A BIZARRE but wonderful scene from "Death and the King's Horseman," which recently closed at the Kennedy Center, keeps spinning in my mind as I witness the media blitz about starlet Bo Derek's cornrows -- the tiny, tightly beaded, braided style that originated in Africa centuries ago.
In the drama, by Nigerian playwright Wole Soyinka, a colonial couple wearing sacred tribal masks nonchalantly practices the fox trot in their home in an African city. They're going to a masquerade ball, and they chuckle patronizingly when an African hysterically tells them the masks' cultural significance: they're associated with ceremonies of death. The couple brushes aside this "primitive" concept with its "irrelevant" cultural meaning.
The adoption of cornrows as a fashion fad, with little consideration for their potent cultural meaning, began when Derek wore cornrows in the hit movie comedy, "10." Her success set off a rush by some trendier white women to have their hair done in the expensive ($300 to $500), time-consuming (4 to 14 hours) technique.
At first, I felt slightly ripped off by the mindless expropriation of this hairstyle. Black mothers often cornrow their children's hair, but the first black women to wear this style publicly were actress Cicely Tyson and singer Nina Simone, who wore it on stage in the early '60s. They were criticized by some traditional black women because they thought the entertainers were portraying a negative image of black women with their natural, unpressed hair.
Later, in the explosion of black consciousness that erupted with such force, black women across America went "natural" and adopted cornrows as a symbol of black identity. It was a hard-won struggle.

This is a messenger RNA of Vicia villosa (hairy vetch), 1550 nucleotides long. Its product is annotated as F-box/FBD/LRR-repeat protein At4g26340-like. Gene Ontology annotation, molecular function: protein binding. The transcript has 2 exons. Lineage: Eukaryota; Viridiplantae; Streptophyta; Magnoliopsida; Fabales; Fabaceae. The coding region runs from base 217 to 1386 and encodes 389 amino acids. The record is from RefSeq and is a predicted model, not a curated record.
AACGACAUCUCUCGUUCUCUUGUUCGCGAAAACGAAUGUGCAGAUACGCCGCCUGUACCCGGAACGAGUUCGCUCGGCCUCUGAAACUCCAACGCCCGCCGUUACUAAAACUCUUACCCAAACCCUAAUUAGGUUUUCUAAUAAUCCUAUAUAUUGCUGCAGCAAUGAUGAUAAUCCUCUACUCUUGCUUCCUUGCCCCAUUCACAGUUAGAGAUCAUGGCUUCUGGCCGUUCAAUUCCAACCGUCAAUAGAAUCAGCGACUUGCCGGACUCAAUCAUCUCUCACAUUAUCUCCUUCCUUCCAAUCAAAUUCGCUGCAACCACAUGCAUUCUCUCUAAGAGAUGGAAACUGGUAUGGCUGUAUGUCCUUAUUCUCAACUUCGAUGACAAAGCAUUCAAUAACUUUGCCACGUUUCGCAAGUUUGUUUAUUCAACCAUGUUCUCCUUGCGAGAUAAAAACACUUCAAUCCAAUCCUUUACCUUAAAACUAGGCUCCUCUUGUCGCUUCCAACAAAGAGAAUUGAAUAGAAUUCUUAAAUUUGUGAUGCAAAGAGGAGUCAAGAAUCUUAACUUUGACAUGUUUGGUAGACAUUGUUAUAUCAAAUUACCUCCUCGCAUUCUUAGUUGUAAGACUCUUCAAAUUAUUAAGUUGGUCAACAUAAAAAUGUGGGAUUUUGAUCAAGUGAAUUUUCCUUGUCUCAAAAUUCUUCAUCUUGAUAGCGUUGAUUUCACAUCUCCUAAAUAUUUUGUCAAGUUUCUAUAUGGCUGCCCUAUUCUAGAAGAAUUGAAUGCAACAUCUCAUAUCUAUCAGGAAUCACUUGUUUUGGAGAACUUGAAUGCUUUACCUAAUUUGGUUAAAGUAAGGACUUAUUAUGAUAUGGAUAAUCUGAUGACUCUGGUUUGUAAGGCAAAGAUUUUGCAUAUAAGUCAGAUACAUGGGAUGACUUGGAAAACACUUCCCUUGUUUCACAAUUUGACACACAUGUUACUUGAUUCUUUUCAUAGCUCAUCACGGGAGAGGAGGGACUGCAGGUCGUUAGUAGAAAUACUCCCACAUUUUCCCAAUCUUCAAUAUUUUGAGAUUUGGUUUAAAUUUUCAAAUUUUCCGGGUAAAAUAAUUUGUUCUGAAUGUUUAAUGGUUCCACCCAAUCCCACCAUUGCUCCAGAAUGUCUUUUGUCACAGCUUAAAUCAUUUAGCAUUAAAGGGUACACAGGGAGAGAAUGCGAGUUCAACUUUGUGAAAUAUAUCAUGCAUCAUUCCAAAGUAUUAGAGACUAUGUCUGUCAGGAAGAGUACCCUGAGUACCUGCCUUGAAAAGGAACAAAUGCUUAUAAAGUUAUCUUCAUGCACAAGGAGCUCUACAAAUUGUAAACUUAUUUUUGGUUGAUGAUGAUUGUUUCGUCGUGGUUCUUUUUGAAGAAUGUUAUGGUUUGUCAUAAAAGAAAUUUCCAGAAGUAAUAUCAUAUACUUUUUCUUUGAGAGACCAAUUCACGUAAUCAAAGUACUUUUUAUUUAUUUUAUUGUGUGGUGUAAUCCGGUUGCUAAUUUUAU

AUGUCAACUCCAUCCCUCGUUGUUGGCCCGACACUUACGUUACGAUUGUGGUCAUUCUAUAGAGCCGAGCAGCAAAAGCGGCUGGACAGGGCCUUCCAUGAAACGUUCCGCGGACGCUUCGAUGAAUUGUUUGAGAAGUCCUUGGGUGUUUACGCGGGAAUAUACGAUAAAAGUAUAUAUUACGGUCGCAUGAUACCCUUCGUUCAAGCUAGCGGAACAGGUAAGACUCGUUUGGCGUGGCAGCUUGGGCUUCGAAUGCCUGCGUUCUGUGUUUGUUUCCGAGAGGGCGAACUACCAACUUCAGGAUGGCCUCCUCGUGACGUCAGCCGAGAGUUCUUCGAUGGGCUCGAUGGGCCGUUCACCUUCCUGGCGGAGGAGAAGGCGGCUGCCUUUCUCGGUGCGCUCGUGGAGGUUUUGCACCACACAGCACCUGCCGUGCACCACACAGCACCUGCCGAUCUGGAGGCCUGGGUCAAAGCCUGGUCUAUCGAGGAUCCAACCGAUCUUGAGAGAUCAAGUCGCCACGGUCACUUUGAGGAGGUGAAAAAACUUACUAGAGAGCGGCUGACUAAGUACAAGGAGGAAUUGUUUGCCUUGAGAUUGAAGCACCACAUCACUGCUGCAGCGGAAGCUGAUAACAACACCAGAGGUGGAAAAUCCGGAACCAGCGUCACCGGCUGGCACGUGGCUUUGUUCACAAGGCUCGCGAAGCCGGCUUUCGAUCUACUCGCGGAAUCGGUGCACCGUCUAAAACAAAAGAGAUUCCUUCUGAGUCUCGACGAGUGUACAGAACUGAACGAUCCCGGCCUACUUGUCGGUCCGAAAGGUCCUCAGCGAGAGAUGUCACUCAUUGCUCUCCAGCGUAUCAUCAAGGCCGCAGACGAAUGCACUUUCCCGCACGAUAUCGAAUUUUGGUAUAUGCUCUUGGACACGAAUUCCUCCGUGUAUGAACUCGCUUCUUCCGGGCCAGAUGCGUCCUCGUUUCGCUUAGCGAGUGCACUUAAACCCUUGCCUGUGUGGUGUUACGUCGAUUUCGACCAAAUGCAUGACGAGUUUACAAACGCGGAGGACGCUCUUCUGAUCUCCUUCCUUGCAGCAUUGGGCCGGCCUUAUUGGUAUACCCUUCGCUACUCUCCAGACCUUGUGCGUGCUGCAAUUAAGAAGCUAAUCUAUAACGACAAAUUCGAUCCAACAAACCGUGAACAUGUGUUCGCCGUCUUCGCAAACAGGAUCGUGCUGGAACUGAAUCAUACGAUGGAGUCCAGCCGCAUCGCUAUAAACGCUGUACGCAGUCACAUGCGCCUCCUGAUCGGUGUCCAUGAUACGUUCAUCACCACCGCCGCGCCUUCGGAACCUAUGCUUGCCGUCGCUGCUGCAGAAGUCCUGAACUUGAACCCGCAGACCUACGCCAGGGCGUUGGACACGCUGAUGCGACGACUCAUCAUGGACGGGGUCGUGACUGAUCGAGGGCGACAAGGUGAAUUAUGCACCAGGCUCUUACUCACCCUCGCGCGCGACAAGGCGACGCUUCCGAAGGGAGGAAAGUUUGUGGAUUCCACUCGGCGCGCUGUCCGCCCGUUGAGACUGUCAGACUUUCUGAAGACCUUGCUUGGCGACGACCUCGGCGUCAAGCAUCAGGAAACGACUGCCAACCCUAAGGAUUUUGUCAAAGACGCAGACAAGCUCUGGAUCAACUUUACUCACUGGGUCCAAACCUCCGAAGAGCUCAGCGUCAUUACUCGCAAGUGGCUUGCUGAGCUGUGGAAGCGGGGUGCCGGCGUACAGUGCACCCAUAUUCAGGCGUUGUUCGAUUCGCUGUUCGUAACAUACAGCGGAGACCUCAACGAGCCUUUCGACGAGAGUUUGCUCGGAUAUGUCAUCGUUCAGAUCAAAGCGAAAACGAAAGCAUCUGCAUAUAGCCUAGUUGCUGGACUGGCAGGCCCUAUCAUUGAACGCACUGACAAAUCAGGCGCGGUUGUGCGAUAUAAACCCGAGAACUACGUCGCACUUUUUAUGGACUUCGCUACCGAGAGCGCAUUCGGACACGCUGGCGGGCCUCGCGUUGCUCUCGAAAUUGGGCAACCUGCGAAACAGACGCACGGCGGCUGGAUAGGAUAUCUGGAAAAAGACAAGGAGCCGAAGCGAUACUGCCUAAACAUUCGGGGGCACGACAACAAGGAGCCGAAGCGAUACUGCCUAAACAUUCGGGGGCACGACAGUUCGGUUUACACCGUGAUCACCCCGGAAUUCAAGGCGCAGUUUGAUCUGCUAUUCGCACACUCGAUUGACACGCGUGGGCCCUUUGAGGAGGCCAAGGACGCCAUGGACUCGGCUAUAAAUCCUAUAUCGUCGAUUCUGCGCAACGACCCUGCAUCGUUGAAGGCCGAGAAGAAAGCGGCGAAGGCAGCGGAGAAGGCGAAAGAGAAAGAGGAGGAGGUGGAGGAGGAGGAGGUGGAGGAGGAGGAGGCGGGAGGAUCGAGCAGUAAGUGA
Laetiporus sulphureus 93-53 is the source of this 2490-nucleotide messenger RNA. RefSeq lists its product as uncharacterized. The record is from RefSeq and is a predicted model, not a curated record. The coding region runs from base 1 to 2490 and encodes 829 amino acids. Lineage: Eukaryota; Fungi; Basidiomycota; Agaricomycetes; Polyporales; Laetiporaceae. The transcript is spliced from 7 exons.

To these women it was an expression of soul -- the distinct quality that grows out of a black person's unique and turbulent joy/sadness; it was an expression of the powerful folk myth that blacks live and explore.
Now I know that it's in the American tradition to routinely adopt artifacts from various cultures. The larger significance for blacks is that many elements have been adopted by the larger society with no credit. Elvis Presley did it with black music, for example. To their credit, Time, Newsweek and The Washington Post gave credit to cornrows where it was due, although none of them pictured a black woman wearing the style.
But as the style is increasingly designated the "Bo Braid," the implication spreads that she introduced it. As a result, many black women and sensitive white women are irate. JET Magazine headlined last week: "On Scale of 1 to 10, Blacks Rate 'Angry' Over Bo Derek's Hairdo 'Fad.'"
"Nobody can understand how incensed I feel," longtime cornrow wearer Amina Dickerson, education director of the Museum of African Art, told me.
While the trendists have been making a goddess of her, Derek has said nothing. Maybe there's nothing she can say. If the stories are to be believed, she does not possess a mind of her own.
Initially, my reaction was tempered because I told myself that there was a kernel of flattery in the imitation and that if failed to destroy the feeling of queenly beauty among black women who wore the style.
But then something happened that changed my mind -- that made me feel real concern.On the bus, I overheard a conversation between two young black women.
"I see," one said to the other without a hint of a smile, "that you are wearing Bo Derek's hairstyle."
At first I thought they were kidding, but neither laughed. Both doubtless knew that black women had been cornrowing and beading for decades, but its adoption by Derek and her fans made it more attractive to these women -- sanctioning it, in effect.
I thought of black women who were once fired or denied jobs for wearing unpressed hair, the "natural," and cornrows.
And I wanted to say to them: Cornrows don't belong to no Bo Derek. They belong to women selling yams beneath a sweating sun in Senegal. They belong to H Street, Northeast And to Auburn Avenue in Atlanta. They belong to the blues of Jimmie Rushing And to the frenetic energy of John Coltrane. They belong to the women in Howard University dorms And working mothers styling their little girls' hair on Saturday to last all week. They belong to Stevie Wonder and Valerie Simpson. They belong to you . . .
I kept my mouth shut, of course. I got off the bus wondering if Derek would be just a mindless symbol of merchandising and fashion that would go away, or whether all this would become a real cultural rip-off like Elvis Presley and black music?